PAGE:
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Has anyone ever tested a row based data de-duplication and matching program (the data could be any personal information like names,addresses and postal codes etc) ?

What kind of strategies/tools have been most effective to ascertain the quality of such programs and avoid regressions if its under active development ?

We would like to be able to automate the large part of our verification process and hence would like to know about automation tools/strategy applied in a similar context from someone who has done this kind of stuff already.

The software has as UI (java fx), an existing api which is exposed through web services as well. The quality concerns are around the matching logic and scalability as it needs to be able to process fairly large data in no time.

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Is the web service a public API, or does it exist only to support the JavaFX UI? Also, what can you tell us about the matching criteria? –  user246 Jul 5 '11 at 19:54
    
@user246 .Yes the web service is an public API. The matching criteria is configurable and score based so non-exact matches can also feature as matches (partial though) depending on the scoring and respective weightage of the cols. being compared. –  Rajneesh Jul 18 '11 at 7:39
    
Might be a silly idea but... have you looked at research articles how they evaluate algorithms for removing duplicates? scholar.google.pl/scholar?q=data+cleaning+duplicates –  dzieciou Oct 19 '13 at 10:20

1 Answer 1

I can't promise that our techniques are state-of-the-art, but they gave us the level of confidence we needed and might give you some ideas for an approach.

We made a backup of the production database before we made the fix, with all of its known duplications. We then ran the de-duping code against that database and analyzed the duplications it found to ensure they were true dupes, and verified that it was finding all of the known actual dupes.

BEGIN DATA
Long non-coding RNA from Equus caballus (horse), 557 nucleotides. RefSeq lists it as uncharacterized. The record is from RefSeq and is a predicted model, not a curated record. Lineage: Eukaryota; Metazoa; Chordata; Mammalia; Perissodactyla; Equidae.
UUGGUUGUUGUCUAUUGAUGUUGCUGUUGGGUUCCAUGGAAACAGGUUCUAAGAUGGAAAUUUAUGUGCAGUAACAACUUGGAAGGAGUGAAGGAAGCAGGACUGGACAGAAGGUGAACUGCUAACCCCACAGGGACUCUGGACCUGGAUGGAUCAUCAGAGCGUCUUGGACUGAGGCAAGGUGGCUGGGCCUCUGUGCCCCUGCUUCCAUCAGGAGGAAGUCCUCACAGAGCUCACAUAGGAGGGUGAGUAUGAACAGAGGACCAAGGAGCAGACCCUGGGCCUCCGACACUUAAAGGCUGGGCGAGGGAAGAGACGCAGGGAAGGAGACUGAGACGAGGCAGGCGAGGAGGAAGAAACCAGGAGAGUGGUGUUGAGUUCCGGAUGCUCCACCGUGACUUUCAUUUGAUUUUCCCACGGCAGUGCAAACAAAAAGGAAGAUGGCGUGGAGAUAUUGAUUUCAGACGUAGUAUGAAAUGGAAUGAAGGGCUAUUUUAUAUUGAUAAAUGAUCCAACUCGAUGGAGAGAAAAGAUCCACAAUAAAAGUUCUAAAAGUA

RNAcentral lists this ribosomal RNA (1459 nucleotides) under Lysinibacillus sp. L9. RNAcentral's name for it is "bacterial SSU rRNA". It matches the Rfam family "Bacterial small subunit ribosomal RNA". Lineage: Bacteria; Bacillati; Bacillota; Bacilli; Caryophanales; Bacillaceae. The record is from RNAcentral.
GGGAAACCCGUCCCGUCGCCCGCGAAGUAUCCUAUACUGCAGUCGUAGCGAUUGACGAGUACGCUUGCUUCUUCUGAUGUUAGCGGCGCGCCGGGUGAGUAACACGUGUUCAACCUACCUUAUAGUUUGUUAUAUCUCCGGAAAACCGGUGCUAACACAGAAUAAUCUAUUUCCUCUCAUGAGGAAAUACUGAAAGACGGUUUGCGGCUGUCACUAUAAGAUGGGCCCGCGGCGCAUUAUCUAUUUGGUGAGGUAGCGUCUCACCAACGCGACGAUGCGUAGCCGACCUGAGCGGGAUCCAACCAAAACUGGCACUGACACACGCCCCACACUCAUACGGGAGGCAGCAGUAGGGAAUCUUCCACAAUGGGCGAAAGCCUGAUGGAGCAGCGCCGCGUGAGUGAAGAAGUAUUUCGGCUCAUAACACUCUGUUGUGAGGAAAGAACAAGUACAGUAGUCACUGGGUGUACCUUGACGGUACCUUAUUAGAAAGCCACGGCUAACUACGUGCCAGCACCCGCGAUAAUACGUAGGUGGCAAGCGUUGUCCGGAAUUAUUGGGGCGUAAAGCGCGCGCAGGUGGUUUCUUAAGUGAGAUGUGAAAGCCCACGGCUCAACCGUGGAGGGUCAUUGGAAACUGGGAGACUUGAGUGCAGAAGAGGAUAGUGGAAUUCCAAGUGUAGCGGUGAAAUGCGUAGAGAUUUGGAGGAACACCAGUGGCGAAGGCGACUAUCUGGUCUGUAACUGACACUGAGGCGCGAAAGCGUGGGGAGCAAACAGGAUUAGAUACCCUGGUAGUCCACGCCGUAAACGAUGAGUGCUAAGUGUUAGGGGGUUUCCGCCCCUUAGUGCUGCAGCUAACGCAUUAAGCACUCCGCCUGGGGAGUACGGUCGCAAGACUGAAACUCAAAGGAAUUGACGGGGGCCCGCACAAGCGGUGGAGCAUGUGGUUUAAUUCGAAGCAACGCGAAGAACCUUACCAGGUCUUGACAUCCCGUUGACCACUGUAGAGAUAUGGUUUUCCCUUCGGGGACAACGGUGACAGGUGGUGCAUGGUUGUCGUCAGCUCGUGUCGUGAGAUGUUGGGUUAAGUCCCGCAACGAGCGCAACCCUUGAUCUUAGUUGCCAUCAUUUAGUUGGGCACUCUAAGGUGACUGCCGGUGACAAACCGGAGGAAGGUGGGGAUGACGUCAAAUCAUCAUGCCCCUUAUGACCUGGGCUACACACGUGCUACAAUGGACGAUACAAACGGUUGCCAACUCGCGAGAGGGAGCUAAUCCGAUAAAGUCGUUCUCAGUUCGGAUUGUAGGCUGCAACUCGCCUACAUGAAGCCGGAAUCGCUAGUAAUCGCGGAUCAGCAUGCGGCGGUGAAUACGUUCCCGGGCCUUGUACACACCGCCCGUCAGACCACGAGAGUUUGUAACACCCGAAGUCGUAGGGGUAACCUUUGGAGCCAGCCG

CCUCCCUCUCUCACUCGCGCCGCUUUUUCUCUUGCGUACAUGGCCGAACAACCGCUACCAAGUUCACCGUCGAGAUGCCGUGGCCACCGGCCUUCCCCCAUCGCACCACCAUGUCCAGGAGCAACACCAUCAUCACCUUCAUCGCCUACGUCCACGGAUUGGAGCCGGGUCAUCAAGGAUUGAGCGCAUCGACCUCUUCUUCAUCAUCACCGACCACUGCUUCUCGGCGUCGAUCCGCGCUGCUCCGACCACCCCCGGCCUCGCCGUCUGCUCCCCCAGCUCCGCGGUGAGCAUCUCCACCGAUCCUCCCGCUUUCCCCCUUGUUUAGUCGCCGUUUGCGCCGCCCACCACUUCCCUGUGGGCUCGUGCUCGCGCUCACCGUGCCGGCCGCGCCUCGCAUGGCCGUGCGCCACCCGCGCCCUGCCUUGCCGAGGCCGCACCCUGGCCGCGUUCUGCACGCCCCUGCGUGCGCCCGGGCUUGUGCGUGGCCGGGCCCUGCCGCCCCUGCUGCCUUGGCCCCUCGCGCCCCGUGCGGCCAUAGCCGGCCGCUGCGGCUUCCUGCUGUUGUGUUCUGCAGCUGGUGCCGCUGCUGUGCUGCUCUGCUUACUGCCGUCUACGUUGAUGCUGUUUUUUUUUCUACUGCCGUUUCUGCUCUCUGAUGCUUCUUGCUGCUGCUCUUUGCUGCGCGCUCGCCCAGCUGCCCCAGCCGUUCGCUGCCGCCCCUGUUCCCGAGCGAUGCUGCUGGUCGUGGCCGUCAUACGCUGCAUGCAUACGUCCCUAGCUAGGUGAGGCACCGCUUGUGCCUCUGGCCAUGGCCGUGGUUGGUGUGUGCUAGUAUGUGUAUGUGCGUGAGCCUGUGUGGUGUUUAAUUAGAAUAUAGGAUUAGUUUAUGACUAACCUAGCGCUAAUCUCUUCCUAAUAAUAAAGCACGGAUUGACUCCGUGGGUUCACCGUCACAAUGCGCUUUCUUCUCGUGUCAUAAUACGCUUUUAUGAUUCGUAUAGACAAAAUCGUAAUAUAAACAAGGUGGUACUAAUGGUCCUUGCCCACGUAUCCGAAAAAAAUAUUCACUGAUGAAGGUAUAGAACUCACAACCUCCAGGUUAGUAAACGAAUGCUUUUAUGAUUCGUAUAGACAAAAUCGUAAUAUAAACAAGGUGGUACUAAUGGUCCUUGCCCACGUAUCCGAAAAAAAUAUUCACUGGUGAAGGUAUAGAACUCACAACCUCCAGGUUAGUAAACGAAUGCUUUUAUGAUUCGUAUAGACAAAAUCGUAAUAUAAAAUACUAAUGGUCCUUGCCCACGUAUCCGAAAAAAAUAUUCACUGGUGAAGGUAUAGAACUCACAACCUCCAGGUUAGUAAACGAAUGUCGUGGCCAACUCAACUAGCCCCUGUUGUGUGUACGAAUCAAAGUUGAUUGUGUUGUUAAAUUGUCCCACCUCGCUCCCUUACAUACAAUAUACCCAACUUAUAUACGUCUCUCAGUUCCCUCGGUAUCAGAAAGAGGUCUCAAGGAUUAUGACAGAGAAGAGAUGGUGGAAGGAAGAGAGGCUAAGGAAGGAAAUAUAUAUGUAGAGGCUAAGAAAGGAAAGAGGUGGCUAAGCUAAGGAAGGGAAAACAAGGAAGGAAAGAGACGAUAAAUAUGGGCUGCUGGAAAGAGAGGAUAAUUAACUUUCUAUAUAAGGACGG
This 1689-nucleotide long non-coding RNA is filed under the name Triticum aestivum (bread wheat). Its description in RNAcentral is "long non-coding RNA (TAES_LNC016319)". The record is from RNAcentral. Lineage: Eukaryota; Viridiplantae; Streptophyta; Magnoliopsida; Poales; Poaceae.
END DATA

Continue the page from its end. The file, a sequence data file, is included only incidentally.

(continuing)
In addition, we created regression E2E test cases that would populate a clean database with data that covered as much of our de-duping logic as we had time to test, and then would query the database after the service was done running to verify that only the expected data remained. We already had code available to set up clean databases automatically and call the services, then run the queries and log the results; if we hadn't been able to leverage these tools, we might have used a different approach.

For performance and scalability, we timed the de-duping program running against the backup of our existing database in staging while forwarding current production traffic to the staging server to determine how many records per second were being de-duped while dealing with a standard load. We were mostly concerned with (a) if de-duping would affect the processing current traffic, and (b) how long the de-duping logic would take to catch up with current traffic. If we needed a reproducible performance test, I think we would have written a simulator program that would drop files on a pre-programmed schedule to simulate production traffic.

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Some excellent points here. In particular, "populate a clean database with data that covered as much of our de-duping logic as we had time to test, and then would query the database after the service was done running to verify that only the expected data remained." is one of the keys to success, IMHO. –  Joe Strazzere Jul 6 '11 at 19:01
    
@Ethel.. I do see where you are coming from and its looks to me a nice solution but if we think of non-persistent systems and ability to do score based duplication (non-exact partial matches); things become quite complex. –  Rajneesh Jul 22 '11 at 2:45
    
@Rajneesh, I believe it. I only answered at all because no one else had put an answer down yet (note the date of my answer is two days after your post). I was hoping people would say, "Geesh, what an idiot! We do things better than that!" and post alternatives :) –  Ethel Evans Jul 22 '11 at 17:43

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